In many ways, the Flying Pussyfoot is a metaphor for the show itself. Baccano! is far more about the journey than the destination. The show can officially end with episode 13 (and did, for those who did not pick up the OVAs in Japan). Strangely enough, the last three episodes continue the journey but again do not bring us to a true conclusion. The show is well aware of that and breaks the fourth wall to let us know. The best way I can describe the last three episodes is that they are not unlike the extended editions of The Lord of the Rings. There are new scenes; new characters; a couple new endings, perhaps. Do you lose anything? No. You gain a fuller picture of what's happened before and a couple more things are resolved, but life goes on. It's not truly an ambiguous ending, but very much the kind of closure we find at the end of films like Magnolia. The people still go on after the credits roll. That's kinda cool, though it will frustrate those who like clear conclusions.
Keeping track of plots and character lines sounds dull, but Baccano! is actually great fun. There's more action than you can shake a stick at and even a romance or two, and certain roles really shine. Our two idiot robbers, Miria and Isaac, lighten the mood whenever they appear, and unlike many other comic relief figures in anime, they never become tiresome. Others, like the kind criminal Jacuzzi Splot (and no, that's not a typo), can make the over-the-top moments seem human. Baccano! bobs and weaves and spins like a prizefighter, but it also knows its cards like a master gambler and never overplays its hand.
Well, almost. On pure adrenaline and wit, Baccano! plays a royal flush. Because of its style, I can forgive the lack of true character maturation. But what draws my score down a bit is the sadism, which really is a bust. At least three of our antagonists are out and out psychopaths, and perhaps more depending on your point of view. They get off on violence and killing. And while not every death in Baccano! is exactly permanent, some are. The casual attitude of certain characters towards torture and death is not something I enjoyed.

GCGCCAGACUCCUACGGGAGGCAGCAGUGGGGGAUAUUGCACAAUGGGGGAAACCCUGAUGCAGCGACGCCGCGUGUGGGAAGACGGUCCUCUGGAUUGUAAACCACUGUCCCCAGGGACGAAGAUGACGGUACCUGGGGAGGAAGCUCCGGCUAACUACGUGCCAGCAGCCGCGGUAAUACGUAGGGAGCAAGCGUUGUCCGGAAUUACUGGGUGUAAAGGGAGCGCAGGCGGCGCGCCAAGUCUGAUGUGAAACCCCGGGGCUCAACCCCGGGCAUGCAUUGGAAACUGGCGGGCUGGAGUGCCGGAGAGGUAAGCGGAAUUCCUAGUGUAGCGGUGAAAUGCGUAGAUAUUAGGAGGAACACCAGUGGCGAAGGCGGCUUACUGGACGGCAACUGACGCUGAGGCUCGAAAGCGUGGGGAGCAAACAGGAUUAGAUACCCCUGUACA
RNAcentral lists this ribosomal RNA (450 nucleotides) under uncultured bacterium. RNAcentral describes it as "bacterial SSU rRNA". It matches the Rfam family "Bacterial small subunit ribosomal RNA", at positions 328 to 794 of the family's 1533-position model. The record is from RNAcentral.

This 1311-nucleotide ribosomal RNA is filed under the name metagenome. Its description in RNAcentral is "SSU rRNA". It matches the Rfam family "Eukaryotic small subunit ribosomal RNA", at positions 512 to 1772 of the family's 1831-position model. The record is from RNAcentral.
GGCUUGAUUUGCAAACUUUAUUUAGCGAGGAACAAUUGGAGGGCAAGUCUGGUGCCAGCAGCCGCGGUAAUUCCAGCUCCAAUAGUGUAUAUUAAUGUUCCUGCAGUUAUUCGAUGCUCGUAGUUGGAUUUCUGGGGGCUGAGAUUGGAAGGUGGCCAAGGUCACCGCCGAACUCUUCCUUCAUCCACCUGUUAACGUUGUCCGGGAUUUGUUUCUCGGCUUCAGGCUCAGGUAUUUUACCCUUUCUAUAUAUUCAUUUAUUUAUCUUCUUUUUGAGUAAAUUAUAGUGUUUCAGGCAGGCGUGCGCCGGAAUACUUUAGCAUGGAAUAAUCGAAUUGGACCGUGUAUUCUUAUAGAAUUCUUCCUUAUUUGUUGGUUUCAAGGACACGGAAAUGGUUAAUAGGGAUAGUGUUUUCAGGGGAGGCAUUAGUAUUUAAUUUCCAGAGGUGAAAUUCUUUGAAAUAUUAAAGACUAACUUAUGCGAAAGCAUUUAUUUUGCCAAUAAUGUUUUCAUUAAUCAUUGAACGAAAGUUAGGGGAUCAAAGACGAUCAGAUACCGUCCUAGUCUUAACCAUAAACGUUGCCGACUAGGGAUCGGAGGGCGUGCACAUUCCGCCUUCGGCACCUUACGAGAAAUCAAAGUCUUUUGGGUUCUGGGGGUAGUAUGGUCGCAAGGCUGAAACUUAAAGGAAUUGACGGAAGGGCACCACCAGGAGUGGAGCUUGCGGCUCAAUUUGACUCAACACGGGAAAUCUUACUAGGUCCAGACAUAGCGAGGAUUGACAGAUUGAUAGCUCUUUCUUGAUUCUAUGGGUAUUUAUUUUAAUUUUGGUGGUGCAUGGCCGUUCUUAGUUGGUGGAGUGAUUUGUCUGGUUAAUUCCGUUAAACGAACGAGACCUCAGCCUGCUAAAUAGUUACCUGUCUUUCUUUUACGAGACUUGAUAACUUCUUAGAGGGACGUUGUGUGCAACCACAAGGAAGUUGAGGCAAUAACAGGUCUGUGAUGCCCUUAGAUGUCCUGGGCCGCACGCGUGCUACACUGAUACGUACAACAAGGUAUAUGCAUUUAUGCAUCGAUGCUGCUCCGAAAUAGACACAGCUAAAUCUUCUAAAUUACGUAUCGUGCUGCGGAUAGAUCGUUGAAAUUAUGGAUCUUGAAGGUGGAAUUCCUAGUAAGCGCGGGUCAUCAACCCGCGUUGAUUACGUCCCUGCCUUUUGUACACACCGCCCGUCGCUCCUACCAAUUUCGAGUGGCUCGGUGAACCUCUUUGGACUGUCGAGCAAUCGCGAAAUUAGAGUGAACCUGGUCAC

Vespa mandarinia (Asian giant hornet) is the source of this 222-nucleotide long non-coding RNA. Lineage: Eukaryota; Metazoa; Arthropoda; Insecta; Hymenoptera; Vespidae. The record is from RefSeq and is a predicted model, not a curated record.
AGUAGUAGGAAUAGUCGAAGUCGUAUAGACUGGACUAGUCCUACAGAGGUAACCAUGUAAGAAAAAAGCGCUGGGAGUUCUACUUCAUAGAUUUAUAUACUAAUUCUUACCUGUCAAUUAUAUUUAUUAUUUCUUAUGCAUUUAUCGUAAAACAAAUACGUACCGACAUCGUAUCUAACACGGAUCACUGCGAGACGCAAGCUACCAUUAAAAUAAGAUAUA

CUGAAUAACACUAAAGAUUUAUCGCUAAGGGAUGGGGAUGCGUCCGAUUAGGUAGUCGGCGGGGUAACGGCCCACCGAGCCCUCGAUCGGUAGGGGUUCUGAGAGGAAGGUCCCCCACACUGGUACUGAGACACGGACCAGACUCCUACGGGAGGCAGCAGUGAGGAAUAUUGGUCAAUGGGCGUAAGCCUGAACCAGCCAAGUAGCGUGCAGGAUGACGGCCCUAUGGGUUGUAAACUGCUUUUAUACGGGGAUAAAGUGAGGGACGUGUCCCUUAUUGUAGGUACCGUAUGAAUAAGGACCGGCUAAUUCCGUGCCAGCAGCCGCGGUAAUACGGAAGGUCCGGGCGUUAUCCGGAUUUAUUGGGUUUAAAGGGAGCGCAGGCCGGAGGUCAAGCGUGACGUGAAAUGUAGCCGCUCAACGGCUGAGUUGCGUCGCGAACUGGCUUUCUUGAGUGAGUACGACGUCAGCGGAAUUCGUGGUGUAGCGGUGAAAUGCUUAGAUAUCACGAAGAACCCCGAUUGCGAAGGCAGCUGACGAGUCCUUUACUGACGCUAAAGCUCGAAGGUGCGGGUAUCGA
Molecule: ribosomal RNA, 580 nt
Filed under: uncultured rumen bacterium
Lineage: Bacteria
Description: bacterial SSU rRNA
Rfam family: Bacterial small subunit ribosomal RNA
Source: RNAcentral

Combine that with what is gruesome and brutal violence at times, and it can be a bit much to stomach. The sensitive should stay away because there is a ridiculous amount of gore -- faces punched in and brains exposed by gunshot, for example. I can't explain why a show that would probably draw in a massive audience from its otherwise cheerful tone and clever spark would include such sickening violence. Elfen Lied, I get. This I don't. It is a misplay, in my opinion, but not one that will spoil the affair for the discerning viewer prepared for what lies ahead.
Baccano! may not be to everyone's taste; a lack of straightforward heroes and a whole lot of villains, combined with a supply of gore that would make George Romero queasy and a plot that takes effort to understand, will chase away some. Yet I haven't seen something quite this thrilling in a long time. If you've got the iron constitution and a mind that craves quality anime that's more than a simple time-waster, you've got the right show to put in your queue.
Baccano! -- gruesome graphic violence, sadism -- A-